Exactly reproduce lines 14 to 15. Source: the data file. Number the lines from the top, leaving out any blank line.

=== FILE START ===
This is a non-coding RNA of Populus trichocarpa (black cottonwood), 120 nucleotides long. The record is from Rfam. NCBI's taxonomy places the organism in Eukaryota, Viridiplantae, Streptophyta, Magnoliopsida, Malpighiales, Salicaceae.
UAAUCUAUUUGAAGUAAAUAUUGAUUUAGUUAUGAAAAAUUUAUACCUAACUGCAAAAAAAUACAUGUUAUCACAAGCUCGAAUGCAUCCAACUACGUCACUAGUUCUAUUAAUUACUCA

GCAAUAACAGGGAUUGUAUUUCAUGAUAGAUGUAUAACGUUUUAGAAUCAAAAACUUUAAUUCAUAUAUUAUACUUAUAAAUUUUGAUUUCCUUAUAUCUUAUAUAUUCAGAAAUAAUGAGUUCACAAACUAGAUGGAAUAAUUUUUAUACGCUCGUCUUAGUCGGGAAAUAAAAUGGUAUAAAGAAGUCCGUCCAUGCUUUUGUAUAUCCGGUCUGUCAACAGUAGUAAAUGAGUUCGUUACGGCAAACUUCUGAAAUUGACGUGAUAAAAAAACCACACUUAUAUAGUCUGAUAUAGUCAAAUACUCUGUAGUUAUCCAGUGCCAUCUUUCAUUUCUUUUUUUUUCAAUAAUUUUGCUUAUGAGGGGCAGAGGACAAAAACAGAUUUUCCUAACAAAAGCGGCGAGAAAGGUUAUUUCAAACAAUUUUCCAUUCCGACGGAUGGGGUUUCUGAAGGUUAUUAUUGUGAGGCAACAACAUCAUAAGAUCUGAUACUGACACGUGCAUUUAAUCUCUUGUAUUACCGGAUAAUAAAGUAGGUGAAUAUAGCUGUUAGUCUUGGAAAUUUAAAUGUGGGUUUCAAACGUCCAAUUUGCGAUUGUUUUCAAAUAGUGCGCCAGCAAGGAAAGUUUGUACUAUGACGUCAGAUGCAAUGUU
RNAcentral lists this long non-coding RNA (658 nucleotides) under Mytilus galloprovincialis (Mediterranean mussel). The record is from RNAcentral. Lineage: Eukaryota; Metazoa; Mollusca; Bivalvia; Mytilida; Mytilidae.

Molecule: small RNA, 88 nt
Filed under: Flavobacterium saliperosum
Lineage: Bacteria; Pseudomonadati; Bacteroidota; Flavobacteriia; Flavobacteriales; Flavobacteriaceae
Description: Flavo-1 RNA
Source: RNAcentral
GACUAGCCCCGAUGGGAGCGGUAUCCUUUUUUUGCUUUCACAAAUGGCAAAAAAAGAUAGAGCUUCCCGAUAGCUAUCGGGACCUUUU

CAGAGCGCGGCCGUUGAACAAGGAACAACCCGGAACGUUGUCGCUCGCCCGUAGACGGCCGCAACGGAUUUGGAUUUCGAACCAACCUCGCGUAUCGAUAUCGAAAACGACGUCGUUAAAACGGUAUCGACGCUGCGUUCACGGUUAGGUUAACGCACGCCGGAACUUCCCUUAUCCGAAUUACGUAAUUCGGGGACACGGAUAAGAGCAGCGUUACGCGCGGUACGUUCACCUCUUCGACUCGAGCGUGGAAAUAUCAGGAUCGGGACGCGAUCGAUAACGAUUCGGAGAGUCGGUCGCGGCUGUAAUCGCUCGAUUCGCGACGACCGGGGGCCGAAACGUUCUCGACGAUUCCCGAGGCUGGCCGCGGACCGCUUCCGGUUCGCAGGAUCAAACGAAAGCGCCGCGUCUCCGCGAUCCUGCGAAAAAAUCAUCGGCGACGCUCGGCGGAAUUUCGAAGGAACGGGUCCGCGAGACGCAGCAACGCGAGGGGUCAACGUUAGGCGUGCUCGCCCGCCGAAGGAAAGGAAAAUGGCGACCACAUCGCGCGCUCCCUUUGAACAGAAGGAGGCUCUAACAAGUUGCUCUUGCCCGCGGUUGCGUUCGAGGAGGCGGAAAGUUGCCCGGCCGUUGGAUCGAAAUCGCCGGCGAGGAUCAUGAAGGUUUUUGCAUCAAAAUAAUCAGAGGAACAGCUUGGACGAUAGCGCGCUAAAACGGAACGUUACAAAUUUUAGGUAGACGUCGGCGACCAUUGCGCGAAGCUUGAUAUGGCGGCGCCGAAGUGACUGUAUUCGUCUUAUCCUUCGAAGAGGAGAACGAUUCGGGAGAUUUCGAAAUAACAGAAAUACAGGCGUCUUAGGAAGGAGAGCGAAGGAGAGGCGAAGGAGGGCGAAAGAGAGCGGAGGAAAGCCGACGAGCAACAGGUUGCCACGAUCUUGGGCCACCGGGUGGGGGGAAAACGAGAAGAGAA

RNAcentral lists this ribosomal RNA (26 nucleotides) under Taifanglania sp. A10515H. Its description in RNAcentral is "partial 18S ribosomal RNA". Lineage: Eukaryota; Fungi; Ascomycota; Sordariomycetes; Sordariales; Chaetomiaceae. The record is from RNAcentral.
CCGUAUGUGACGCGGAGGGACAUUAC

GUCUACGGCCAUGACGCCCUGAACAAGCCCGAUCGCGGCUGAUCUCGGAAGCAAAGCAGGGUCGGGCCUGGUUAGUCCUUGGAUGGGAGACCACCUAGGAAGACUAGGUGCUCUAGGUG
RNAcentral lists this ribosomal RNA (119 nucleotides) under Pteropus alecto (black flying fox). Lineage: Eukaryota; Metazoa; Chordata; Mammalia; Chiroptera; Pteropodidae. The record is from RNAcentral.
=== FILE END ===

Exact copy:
GUCUACGGCCAUGACGCCCUGAACAAGCCCGAUCGCGGCUGAUCUCGGAAGCAAAGCAGGGUCGGGCCUGGUUAGUCCUUGGAUGGGAGACCACCUAGGAAGACUAGGUGCUCUAGGUG
RNAcentral lists this ribosomal RNA (119 nucleotides) under Pteropus alecto (black flying fox). Lineage: Eukaryota; Metazoa; Chordata; Mammalia; Chiroptera; Pteropodidae. The record is from RNAcentral.